Despite challenges, many bright spots shine in North Dakota’s construction industry

A conversation with Russ Hanson of Associated General Contractors of North Dakota.

Russ Hanson
Russ Hanson
Image: Courtesy of Associated General Contractors of North Dakota

Russ Hanson says despite the challenges of the construction industry – everything from rising material costs and supply chain delays to workforce shortages – there are many bright spots in the industry.

One of them is the bipartisan five-year infrastructure bill that was enacted earlier this year, which goes a long way to help North Dakota projects. Another bright spot is that construction remains a good career choice with decent pay and benefits.

Hanson is executive vice president of Associated General Contractors of North Dakota, a chapter of the National Associated General Contractors of America in Washington, DC. The AGC chapter helps promote the industry in the Peace Garden State, as it has done since 1951. It also works with architecture and engineering firms.

“In short, we are the state's largest commercial construction industry association,” he said. It represents the interests of the commercial contracting industry legislatively and regulatorily, keeping them informed of the latest trends, and represents the many different facets of the industry: bridges, commercial construction, excavation, hospital, schools, mall, roads – just about everything but residential.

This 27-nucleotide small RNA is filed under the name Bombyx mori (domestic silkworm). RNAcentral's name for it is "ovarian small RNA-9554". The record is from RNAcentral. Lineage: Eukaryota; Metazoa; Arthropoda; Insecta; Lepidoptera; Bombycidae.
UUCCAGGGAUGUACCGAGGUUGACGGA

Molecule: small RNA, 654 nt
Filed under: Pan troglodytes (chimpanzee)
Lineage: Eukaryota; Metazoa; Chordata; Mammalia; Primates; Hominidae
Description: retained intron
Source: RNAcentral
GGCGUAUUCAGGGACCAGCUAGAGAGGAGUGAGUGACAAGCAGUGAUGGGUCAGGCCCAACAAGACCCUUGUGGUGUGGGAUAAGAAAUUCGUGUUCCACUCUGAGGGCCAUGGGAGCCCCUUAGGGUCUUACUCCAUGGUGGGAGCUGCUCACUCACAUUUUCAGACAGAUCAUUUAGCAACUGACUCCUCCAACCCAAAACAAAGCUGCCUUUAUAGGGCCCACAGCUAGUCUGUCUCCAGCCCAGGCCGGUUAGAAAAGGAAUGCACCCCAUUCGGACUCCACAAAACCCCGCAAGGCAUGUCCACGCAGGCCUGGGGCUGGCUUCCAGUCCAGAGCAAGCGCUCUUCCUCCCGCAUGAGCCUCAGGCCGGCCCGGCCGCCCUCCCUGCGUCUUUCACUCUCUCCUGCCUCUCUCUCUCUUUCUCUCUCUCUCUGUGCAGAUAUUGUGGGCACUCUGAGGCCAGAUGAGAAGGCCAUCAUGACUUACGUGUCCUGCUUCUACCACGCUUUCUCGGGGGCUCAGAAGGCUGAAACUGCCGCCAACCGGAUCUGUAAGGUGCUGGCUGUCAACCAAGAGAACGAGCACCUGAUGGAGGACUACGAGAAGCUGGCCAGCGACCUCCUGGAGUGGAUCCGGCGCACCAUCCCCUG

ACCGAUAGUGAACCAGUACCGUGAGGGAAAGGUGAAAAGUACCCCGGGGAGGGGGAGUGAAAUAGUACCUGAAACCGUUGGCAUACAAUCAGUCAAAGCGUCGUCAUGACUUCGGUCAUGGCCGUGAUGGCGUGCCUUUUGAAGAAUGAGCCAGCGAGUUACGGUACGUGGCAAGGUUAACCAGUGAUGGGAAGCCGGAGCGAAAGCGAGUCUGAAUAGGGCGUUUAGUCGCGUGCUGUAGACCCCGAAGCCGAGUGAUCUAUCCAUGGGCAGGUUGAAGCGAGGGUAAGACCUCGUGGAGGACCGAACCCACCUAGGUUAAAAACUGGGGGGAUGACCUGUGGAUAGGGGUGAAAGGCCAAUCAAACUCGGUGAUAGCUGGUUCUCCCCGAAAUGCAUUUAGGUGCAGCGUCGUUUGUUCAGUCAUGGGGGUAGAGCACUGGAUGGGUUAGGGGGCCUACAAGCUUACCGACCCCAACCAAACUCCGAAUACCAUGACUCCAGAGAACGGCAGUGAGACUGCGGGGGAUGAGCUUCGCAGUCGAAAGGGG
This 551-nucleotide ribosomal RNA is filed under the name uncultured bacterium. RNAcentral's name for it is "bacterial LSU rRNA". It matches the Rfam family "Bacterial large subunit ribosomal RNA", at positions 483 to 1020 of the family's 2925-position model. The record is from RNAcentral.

“We don't represent home builders,” Hanson said. “Our national motto – and we take it seriously – is skill, integrity and responsibility. We want to bring as much professionalism to the industry and build with skill, integrity and responsibility.”


Hanson said the current times are tough, but the construction industry is up to the challenge.

“It is very resilient,” he said. “There are things that need to be looked at and adjusted, of course, but it has quality people and builds quality projects. The economy will benefit.”

Hanson answered additional questions from Prairie Business about the construction industry, giving his insight and perspective about where it is at today and where it might be going in the future:

Q: In a snapshot, what does the construction industry look like in North Dakota right now?

It is the pulse. This discussion is very timely. What we seem to be witnessing here in North Dakota, really, is similar to the national scene. There are AGC chapters throughout all of the 50 states, and collectively we, as executives, have been talking about this very issue – of supply chain and inflation – and how they are impacting the industry. We are all similarly impacted, and not only by the supply chain, which is an issue; but the bigger issue is the cost, the construction inflation.